By Tony Attwood
Dylan wrote just one song in 1968 –Lay Lady Lay after having averaged around 18 songs of note and importance a year across the rest of the decade. It was by any standard a great song, although it was delivered late – so late in fact that it couldn’t be included in the film that commissioned it. (Mind you the film didn’t seem to suffer).
But such things happen, and Dylan clearly deserved a year out. And we could all hope that Bob would return in 1969 revitalised and ready to deliver a few new masterpieces – another Desolation Row perhaps, a venture into a new form maybe, some more enigmatic pieces of the “Drifter’s Escape” and “All along the Watchtower” variety. Maybe even more Visions.
We certainly did get something new – something that certainly Lay Lady Lay did not prepare us for. What we got was a further exploration of rural music – this time with a country flavour. But it was an album that didn’t have any of the enigma of John Wesley Harding. There was no re-writing of history, no chance of arguing over references and meaning. It’s a “life is nice” album.
What Dylan had done with JWH was give us tales from the old days but with a depth of mystery that can still provoke arguments. But here Dylan stripped out the enigma, and instead took as his starting point “I’ll be your baby tonight” but then perhaps thought that was a bit too complex and simplified it further.
There is of course on the album the duet with Johnny Cash, which is of importance in music history, and certainly adds an extra level to “Girl from the North Country,” but as an opening statement on an album from a man known for always giving us something new, this was something old. An interesting something old, but not what Dylan was known for.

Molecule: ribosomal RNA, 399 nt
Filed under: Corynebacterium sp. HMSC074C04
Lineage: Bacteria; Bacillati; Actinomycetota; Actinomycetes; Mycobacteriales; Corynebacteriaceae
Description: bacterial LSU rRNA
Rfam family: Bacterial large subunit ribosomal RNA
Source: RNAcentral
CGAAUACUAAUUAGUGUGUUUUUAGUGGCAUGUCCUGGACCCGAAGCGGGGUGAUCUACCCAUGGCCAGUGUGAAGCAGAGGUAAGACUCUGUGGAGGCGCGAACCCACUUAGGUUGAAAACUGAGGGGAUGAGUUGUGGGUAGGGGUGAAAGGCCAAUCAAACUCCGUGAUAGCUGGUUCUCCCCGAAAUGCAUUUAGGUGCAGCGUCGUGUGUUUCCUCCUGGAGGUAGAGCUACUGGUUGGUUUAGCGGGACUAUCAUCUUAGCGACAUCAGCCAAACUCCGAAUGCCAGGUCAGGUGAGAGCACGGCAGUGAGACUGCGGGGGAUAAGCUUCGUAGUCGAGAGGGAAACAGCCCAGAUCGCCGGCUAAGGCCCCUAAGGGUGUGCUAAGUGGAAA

“Nashville Skyline Rag” isn’t what Dylan is known for either. True it allows the album’s musicians to have a bit of fun, but does it add anything or make us think or give us something new? No. That doesn’t make it a poor song, because there is nothing in the rule book that says that Dylan has to give us something new each time – it is just a bit of a surprise that the man who has made his name out of taking the blues, pop and rock in new directions chooses to visit an old direction.
Dylan wrote the songs for the album, and little else at this time. Some love songs, a bit of lost love and some trivia – here they are
- I threw it all away
- To be alone with you
- One more night
- Peggy Day
- Country Pie
- Tell me it isn’t true
- Tonight I’ll be Staying Here With You
- Living the blues
There are some classic Dylan moments in the year’s compositions – and “Tonight I’ll Be Staying Here With You” is a lovely song, but it seems a bit of a let down, in that across two years all we get are nine songs and an instrumental.
Maybe the conclusion is that Dylan was too content. Maybe he needs to be hurting, full of despair and disdain, deep in dismay to write great songs. Maybe as others have said, his musical style and approach are just not suited to the total fulfilment of happy family life in the rural countryside. But if (again as others have said) Dylan had given us an album of mysticism amidst the olden days, and albums of hurt and pain, so now he wanted to offer an album about being happy then ok he did that. It just doesn’t seem to work for me (and honestly I am not endlessly miserable).
Dylan seemed very happy with his modest output across the last two years of the decade – an output that had nothing to do with what was happening in the country at large, and nothing to do with breaking new ground. But then, there is nothing in the rule book that says that every album has to reach out to new territory.
But if it is a case of judging the music by having the luxury of historical perspective, then much of the music of these two years must be seen as a failure. Every minute of every day I am certain there are many people who are playing tracks from the previous Dylan albums, or just singing the songs to themselves, or quoting them. But how much of these two year’s output is still played, and still quoted? I suspect not much.
However, maybe that’s just me. Maybe I just want every year to be 1965.
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The Chronology Files
These files put Dylan’s work in the order written. You can link to the files here
- Dylan songs of the 1960s
- Dylan songs of the 1970s
- Dylan songs of the 1980s
- Dylan songs of the 1990s
- Dylan songs of the 21st century